Following five years of construction, 17,378 tonnes of steel, and an estimated 2.835m working hours completed - the final crane at St James Quarter has officially been removed, revealing Edinburgh’s brand-new skyline to the people of Edinburgh and beyond.
To help with the big reveal our team granted STV reporter Vanessa Kennedy exclusive access to not only the new St James Quarter site but a birds-eye view of the breath-taking scenes of the Edinburgh skyline.
Vanessa was suited and booted, styling a hi-vis jacket, steel-capped boots and a hard hat for the occasion. Before taking to the skies, she was briefed by our highly trained construction team about the history of the site and how the cranes operate. After a quick cheer of encouragement from the team on the ground, Vanessa entered the crane’s bucket with a member of our construction team and was lifted over 60 metres in the air by the final crane left on the site.
Vanessa reported for STV News from the crane and said: “It’s one of the biggest regeneration projects in the UK, the St James Quarter is now just weeks away from opening its doors to the public. The city centre is strapping itself in for a new era in retail and it’s a transformation that hopes to elevate Edinburgh as a shopping destination.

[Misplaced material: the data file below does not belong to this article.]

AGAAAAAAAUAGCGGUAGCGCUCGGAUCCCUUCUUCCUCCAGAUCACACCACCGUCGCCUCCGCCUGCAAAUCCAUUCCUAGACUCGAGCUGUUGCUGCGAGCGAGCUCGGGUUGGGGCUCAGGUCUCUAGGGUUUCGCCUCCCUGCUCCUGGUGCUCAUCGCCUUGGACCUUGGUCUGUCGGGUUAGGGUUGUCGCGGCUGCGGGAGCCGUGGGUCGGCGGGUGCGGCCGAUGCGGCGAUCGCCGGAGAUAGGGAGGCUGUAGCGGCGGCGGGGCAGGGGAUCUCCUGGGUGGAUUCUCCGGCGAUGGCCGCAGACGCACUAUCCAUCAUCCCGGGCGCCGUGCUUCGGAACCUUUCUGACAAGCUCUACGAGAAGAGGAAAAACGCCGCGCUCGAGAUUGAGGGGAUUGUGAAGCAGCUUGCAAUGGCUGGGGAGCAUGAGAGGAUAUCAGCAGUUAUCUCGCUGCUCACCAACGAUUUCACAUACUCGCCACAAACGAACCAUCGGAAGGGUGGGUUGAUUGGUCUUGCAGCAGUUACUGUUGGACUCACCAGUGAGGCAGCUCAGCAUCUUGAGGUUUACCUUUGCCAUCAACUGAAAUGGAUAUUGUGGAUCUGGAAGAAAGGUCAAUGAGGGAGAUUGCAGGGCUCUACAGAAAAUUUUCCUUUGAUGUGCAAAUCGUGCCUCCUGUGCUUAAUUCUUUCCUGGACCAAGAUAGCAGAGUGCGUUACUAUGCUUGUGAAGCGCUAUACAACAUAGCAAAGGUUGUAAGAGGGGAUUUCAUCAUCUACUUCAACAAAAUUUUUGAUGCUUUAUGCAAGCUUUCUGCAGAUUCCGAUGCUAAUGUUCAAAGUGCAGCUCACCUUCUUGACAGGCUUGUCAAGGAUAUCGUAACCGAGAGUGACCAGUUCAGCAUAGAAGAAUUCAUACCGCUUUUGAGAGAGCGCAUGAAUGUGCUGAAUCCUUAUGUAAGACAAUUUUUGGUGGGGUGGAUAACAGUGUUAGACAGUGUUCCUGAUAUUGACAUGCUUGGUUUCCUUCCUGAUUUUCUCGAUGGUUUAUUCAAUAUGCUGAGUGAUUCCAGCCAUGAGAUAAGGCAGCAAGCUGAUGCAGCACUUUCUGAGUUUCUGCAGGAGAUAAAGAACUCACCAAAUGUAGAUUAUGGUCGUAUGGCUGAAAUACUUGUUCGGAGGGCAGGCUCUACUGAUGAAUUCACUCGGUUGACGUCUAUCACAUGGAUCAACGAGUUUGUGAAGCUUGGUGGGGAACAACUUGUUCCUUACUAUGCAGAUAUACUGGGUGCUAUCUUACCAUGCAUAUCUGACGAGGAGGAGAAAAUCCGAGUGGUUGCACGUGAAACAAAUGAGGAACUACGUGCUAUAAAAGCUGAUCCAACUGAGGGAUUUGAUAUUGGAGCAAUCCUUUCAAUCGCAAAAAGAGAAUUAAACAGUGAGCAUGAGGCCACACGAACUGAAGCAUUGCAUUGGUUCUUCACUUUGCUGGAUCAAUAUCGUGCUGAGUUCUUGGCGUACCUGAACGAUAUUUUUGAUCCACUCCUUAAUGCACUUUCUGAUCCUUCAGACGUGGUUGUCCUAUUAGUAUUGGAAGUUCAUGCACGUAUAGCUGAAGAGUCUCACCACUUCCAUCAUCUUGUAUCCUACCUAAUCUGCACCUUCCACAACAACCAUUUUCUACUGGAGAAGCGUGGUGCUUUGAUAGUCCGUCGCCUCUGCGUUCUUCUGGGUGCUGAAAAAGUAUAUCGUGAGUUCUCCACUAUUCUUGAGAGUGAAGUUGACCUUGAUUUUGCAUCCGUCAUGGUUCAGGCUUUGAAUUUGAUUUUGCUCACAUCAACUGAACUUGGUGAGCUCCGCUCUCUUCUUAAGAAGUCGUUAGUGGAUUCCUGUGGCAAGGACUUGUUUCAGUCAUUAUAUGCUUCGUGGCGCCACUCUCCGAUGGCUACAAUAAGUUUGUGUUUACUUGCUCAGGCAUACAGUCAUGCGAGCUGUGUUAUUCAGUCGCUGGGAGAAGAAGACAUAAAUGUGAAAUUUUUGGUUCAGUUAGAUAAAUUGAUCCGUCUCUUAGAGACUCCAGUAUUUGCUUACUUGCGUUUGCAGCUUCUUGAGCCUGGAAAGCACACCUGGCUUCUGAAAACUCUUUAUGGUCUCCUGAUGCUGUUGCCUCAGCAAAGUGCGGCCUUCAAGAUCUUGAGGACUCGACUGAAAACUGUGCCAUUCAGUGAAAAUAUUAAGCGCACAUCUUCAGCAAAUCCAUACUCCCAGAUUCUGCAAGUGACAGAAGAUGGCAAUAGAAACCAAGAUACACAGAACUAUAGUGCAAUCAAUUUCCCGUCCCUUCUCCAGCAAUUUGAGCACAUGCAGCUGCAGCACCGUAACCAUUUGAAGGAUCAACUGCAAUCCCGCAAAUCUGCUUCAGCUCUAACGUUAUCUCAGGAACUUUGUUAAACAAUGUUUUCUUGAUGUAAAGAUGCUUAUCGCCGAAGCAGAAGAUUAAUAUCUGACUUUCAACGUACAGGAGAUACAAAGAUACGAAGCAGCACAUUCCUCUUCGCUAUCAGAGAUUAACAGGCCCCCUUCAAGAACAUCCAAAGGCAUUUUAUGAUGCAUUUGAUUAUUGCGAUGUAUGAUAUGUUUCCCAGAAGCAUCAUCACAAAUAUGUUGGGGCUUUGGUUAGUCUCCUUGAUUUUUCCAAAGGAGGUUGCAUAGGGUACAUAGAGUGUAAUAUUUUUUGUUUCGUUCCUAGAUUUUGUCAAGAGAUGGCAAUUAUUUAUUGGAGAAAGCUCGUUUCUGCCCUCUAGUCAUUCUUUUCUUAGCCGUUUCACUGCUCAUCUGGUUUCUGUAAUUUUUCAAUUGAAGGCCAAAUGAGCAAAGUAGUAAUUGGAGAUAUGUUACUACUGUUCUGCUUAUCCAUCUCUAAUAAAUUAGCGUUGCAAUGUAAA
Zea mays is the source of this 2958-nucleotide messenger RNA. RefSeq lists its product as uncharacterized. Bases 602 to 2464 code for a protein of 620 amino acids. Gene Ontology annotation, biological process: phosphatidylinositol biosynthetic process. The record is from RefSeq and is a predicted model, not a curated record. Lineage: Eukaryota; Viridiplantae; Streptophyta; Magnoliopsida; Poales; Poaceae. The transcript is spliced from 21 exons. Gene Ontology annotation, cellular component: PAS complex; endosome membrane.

“Over the last five years cranes like this one I am in at the moment, which is about 60 metres high have become an iconic part of Edinburgh’s skyline. This is the last one to be dismantled and from up here you can really appreciate the scale of this huge project.”
Since construction began, 13 cranes have shaped the city skyline and played a key role in the construction of the £1bn project. The removal of the final crane marks another celebratory milestone for St James Quarter, which is working towards opening at the end of June.
Reaching peaks of over 88m, the St James Quarter cranes grew almost as tall as the Capital’s iconic Calton Hill and, over the years, became a much-loved fixture of the Edinburgh skyline. The cranes became a local talking point within the city and lit up the sky at night – a permanent lightshow visible from far and wide.